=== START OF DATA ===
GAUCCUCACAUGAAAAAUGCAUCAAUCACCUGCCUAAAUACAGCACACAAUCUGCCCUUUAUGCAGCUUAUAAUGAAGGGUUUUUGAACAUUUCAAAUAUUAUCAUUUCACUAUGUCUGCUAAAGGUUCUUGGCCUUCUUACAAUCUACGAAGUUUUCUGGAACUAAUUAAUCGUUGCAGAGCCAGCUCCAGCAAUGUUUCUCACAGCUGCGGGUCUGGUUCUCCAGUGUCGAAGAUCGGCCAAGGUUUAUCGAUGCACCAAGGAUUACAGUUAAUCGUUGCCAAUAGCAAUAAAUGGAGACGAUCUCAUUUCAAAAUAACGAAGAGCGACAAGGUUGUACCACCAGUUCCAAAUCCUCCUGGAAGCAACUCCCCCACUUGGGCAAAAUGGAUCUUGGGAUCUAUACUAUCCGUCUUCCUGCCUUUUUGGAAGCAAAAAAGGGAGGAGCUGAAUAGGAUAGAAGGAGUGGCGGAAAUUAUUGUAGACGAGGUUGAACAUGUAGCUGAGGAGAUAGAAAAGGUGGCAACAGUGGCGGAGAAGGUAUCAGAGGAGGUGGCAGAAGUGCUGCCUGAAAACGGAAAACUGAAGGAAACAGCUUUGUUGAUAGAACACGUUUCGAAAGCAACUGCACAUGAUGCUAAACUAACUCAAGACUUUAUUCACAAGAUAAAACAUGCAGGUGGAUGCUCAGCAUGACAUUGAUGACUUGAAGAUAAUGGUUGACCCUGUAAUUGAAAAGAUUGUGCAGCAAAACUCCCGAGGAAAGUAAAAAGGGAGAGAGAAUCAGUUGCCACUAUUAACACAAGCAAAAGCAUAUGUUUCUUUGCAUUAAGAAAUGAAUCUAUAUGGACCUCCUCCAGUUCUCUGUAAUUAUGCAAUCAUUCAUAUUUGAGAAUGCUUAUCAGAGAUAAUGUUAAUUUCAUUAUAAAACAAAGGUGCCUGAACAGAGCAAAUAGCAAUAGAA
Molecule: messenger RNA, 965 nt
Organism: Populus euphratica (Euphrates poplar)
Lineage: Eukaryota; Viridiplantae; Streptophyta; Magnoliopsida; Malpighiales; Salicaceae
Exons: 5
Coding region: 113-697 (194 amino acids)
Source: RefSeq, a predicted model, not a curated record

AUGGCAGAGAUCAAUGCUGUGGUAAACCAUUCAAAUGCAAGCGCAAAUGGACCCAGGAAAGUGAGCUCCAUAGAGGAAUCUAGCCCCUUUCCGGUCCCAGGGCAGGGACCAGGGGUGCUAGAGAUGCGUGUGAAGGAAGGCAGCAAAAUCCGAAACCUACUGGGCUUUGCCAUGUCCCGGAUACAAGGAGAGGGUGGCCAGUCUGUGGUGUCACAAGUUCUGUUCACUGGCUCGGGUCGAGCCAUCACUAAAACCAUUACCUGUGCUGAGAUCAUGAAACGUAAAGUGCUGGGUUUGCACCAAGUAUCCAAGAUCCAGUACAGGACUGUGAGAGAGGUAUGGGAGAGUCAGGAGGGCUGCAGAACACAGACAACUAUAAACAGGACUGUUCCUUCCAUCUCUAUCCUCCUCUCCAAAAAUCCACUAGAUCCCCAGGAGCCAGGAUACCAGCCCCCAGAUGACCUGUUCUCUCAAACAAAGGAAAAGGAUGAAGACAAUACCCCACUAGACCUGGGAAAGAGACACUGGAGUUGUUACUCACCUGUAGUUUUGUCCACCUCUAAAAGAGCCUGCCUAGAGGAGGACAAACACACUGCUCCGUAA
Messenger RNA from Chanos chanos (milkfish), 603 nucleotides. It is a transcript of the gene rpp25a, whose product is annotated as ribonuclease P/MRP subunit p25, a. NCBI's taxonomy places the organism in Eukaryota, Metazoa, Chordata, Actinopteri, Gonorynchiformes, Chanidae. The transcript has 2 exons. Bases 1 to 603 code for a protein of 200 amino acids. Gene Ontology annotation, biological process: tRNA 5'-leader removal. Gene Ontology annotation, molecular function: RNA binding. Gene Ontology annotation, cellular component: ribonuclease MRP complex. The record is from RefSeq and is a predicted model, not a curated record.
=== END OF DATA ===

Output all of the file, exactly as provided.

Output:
GAUCCUCACAUGAAAAAUGCAUCAAUCACCUGCCUAAAUACAGCACACAAUCUGCCCUUUAUGCAGCUUAUAAUGAAGGGUUUUUGAACAUUUCAAAUAUUAUCAUUUCACUAUGUCUGCUAAAGGUUCUUGGCCUUCUUACAAUCUACGAAGUUUUCUGGAACUAAUUAAUCGUUGCAGAGCCAGCUCCAGCAAUGUUUCUCACAGCUGCGGGUCUGGUUCUCCAGUGUCGAAGAUCGGCCAAGGUUUAUCGAUGCACCAAGGAUUACAGUUAAUCGUUGCCAAUAGCAAUAAAUGGAGACGAUCUCAUUUCAAAAUAACGAAGAGCGACAAGGUUGUACCACCAGUUCCAAAUCCUCCUGGAAGCAACUCCCCCACUUGGGCAAAAUGGAUCUUGGGAUCUAUACUAUCCGUCUUCCUGCCUUUUUGGAAGCAAAAAAGGGAGGAGCUGAAUAGGAUAGAAGGAGUGGCGGAAAUUAUUGUAGACGAGGUUGAACAUGUAGCUGAGGAGAUAGAAAAGGUGGCAACAGUGGCGGAGAAGGUAUCAGAGGAGGUGGCAGAAGUGCUGCCUGAAAACGGAAAACUGAAGGAAACAGCUUUGUUGAUAGAACACGUUUCGAAAGCAACUGCACAUGAUGCUAAACUAACUCAAGACUUUAUUCACAAGAUAAAACAUGCAGGUGGAUGCUCAGCAUGACAUUGAUGACUUGAAGAUAAUGGUUGACCCUGUAAUUGAAAAGAUUGUGCAGCAAAACUCCCGAGGAAAGUAAAAAGGGAGAGAGAAUCAGUUGCCACUAUUAACACAAGCAAAAGCAUAUGUUUCUUUGCAUUAAGAAAUGAAUCUAUAUGGACCUCCUCCAGUUCUCUGUAAUUAUGCAAUCAUUCAUAUUUGAGAAUGCUUAUCAGAGAUAAUGUUAAUUUCAUUAUAAAACAAAGGUGCCUGAACAGAGCAAAUAGCAAUAGAA
Molecule: messenger RNA, 965 nt
Organism: Populus euphratica (Euphrates poplar)
Lineage: Eukaryota; Viridiplantae; Streptophyta; Magnoliopsida; Malpighiales; Salicaceae
Exons: 5
Coding region: 113-697 (194 amino acids)
Source: RefSeq, a predicted model, not a curated record

AUGGCAGAGAUCAAUGCUGUGGUAAACCAUUCAAAUGCAAGCGCAAAUGGACCCAGGAAAGUGAGCUCCAUAGAGGAAUCUAGCCCCUUUCCGGUCCCAGGGCAGGGACCAGGGGUGCUAGAGAUGCGUGUGAAGGAAGGCAGCAAAAUCCGAAACCUACUGGGCUUUGCCAUGUCCCGGAUACAAGGAGAGGGUGGCCAGUCUGUGGUGUCACAAGUUCUGUUCACUGGCUCGGGUCGAGCCAUCACUAAAACCAUUACCUGUGCUGAGAUCAUGAAACGUAAAGUGCUGGGUUUGCACCAAGUAUCCAAGAUCCAGUACAGGACUGUGAGAGAGGUAUGGGAGAGUCAGGAGGGCUGCAGAACACAGACAACUAUAAACAGGACUGUUCCUUCCAUCUCUAUCCUCCUCUCCAAAAAUCCACUAGAUCCCCAGGAGCCAGGAUACCAGCCCCCAGAUGACCUGUUCUCUCAAACAAAGGAAAAGGAUGAAGACAAUACCCCACUAGACCUGGGAAAGAGACACUGGAGUUGUUACUCACCUGUAGUUUUGUCCACCUCUAAAAGAGCCUGCCUAGAGGAGGACAAACACACUGCUCCGUAA
Messenger RNA from Chanos chanos (milkfish), 603 nucleotides. It is a transcript of the gene rpp25a, whose product is annotated as ribonuclease P/MRP subunit p25, a. NCBI's taxonomy places the organism in Eukaryota, Metazoa, Chordata, Actinopteri, Gonorynchiformes, Chanidae. The transcript has 2 exons. Bases 1 to 603 code for a protein of 200 amino acids. Gene Ontology annotation, biological process: tRNA 5'-leader removal. Gene Ontology annotation, molecular function: RNA binding. Gene Ontology annotation, cellular component: ribonuclease MRP complex. The record is from RefSeq and is a predicted model, not a curated record.